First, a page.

The Midwest: God’s Gift to Planet Earth!; a Raygun book- The best book on the Midwest in the entire universe.

On Writing by Stephen King- Self explanatory.

A Guide to the Good Life by William B. Irvine- I learned about this one from the Mr. Money Mustache blog. It resonated with me so much I told a friend it was like I just discovered my religion.

Eight Brief Lessons on Life by T. Byrum Karasu- I had the pleasure of working on this book. It’s a guidepost for existence, being, and the art of life.

The Little Prince/Le Petit Prince by Antoine de Saint-Exupéry- An amazing book that everyone should read at least once. Beautiful.

Siddhartha by Herman Hesse- A spiritual journey and quest for the meaning of life.

Conversations with God by Neale Donald Walsch- My friend’s mom gave me this book when I was a senior in high school. A man writes to God, and to his surprise, God writes back. You’ll probably either love this one or hate it. I loved it, even if it’s woo woo.

Childhood’s End by Arthur C. Clark- This utopian/dystopian novel with religious undertones begins with an alien invasion… Who are the Overlords?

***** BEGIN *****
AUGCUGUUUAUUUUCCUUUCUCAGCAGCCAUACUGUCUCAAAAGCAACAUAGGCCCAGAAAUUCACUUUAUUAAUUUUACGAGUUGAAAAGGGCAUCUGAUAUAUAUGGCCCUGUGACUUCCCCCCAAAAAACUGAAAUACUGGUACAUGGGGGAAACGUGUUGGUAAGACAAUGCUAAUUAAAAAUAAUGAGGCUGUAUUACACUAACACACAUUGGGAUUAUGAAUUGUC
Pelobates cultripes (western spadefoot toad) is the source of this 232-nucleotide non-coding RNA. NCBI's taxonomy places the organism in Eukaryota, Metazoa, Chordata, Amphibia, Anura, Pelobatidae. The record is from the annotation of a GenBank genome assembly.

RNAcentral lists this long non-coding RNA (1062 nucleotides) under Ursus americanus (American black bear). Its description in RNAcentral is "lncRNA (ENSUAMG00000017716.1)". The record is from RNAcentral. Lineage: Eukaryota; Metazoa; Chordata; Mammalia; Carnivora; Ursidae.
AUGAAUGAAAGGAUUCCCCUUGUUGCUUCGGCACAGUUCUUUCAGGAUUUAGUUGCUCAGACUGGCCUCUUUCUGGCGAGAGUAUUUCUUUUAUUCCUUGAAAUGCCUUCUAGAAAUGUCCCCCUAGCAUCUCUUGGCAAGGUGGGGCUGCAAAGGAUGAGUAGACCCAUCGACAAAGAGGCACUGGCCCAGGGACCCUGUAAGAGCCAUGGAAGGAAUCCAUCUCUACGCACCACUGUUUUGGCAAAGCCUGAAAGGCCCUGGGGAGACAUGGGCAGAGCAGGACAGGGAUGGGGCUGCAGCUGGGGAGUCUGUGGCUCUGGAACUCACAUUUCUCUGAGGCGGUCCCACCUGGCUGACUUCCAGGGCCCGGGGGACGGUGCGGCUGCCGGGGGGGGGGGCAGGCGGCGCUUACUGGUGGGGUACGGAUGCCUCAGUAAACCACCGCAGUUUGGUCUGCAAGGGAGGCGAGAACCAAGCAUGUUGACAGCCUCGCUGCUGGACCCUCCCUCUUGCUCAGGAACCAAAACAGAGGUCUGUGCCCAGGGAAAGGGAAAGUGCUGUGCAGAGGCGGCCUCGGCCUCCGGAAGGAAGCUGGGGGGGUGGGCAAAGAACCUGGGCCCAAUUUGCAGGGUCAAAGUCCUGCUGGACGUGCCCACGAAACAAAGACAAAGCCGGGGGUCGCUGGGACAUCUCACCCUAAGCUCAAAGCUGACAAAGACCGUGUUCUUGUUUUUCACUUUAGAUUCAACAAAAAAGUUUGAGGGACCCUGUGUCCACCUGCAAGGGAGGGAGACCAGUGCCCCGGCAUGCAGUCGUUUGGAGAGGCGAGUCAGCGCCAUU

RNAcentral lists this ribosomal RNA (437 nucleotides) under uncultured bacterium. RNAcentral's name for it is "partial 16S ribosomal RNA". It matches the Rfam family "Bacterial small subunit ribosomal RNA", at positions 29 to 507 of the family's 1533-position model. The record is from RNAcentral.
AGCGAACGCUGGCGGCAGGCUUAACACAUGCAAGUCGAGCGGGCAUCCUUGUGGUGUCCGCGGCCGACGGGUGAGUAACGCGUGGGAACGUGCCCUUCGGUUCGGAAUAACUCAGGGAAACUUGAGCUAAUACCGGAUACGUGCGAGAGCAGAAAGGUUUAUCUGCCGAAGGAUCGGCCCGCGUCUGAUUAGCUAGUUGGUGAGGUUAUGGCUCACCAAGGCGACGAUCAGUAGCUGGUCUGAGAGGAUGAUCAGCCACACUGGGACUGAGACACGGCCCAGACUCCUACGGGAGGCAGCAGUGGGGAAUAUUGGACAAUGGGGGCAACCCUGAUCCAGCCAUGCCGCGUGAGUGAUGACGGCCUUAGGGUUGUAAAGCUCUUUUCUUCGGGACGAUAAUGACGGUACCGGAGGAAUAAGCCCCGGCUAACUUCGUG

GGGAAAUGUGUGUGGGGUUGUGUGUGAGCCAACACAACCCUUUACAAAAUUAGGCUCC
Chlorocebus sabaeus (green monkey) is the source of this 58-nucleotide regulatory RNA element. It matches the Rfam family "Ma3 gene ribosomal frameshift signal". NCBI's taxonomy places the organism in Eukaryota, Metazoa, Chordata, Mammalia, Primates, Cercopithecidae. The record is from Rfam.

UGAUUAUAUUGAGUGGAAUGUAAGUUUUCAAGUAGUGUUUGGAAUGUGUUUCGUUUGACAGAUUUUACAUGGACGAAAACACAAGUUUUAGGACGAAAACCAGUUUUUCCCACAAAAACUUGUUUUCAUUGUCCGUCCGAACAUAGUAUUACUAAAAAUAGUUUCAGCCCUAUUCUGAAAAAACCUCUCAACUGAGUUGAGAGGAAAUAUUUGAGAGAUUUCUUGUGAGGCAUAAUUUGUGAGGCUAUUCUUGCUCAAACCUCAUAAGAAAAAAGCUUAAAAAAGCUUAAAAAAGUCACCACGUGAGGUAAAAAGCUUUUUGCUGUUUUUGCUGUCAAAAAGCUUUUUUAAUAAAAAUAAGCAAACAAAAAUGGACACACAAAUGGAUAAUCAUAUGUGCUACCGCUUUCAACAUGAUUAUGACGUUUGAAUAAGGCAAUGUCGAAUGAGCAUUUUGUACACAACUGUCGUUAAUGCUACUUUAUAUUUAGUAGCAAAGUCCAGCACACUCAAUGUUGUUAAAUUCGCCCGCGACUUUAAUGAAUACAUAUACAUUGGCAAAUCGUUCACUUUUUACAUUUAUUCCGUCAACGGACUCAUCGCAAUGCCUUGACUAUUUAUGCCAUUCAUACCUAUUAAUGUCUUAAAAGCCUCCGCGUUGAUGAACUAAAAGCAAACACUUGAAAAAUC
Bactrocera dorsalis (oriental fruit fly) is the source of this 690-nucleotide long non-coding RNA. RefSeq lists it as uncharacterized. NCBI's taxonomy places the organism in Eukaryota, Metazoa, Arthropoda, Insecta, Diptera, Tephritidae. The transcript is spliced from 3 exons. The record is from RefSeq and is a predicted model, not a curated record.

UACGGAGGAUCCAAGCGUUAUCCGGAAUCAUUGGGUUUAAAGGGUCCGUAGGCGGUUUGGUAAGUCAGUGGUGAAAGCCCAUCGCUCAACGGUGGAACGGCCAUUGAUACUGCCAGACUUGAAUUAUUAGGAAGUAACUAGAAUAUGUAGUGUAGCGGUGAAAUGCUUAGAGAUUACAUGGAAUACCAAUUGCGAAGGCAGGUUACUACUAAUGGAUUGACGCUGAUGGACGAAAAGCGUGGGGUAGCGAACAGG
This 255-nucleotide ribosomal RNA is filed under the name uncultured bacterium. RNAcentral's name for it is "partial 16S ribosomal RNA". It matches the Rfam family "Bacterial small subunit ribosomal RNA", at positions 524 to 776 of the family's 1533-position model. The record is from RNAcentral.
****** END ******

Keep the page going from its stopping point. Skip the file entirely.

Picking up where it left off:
The Giver by Lois Lowry- What might life look like when everything is fair, peaceful, and free of sadness?

A Wrinkle in Time by Madeleine L’Engle- A story through space and time; good and evil.

Great Expectations by Charles Dickens- Beautiful, romantic, heartbreaking story about an orphan named Pip in Victorian England.

Pride and Prejudice by Jane Austen- early 1800s British Romance; a story about love, class, and social expectations.

The Secret Garden by Frances Hodgson Burnett- After the partition of India, an orphan girl goes to live at her distant uncle’s British estate. Great read for late winter/early spring. Uplifting with some good life nuggets (hysterics bring misery).

Classic Haiku: The Greatest Japanese Poetry From Bashoand more. I can’t pretend to be well-versed in Haiku but this book is beautiful.

Opening the Dragon Gate: The Making of a Modern Taoist Wizard – Unusual, magical, spiritual biography about Wang Liping’s apprenticeship with three mystical Taoist wizards. How much of this is real? I don’t know.

Unusual children’s books you maybe haven’t heard of or have forgotten:

Orangutanka by Margarita Engle- My kids loved this book. Maybe it’s the way I read it, I don’t know.

Animalia by Graeme Base- So fun, so silly. Imaginative

Creekfinding by Jacqueline Briggs Martin- A true story about a man who brings a forgotten creek back to his farm. For nature lovers

The Pierre The Maze Detective Books: For artwork that can take you away, lose yourself in The Search for the Stolen Maze Stone Or The Curious Case of the Castle in the Sky.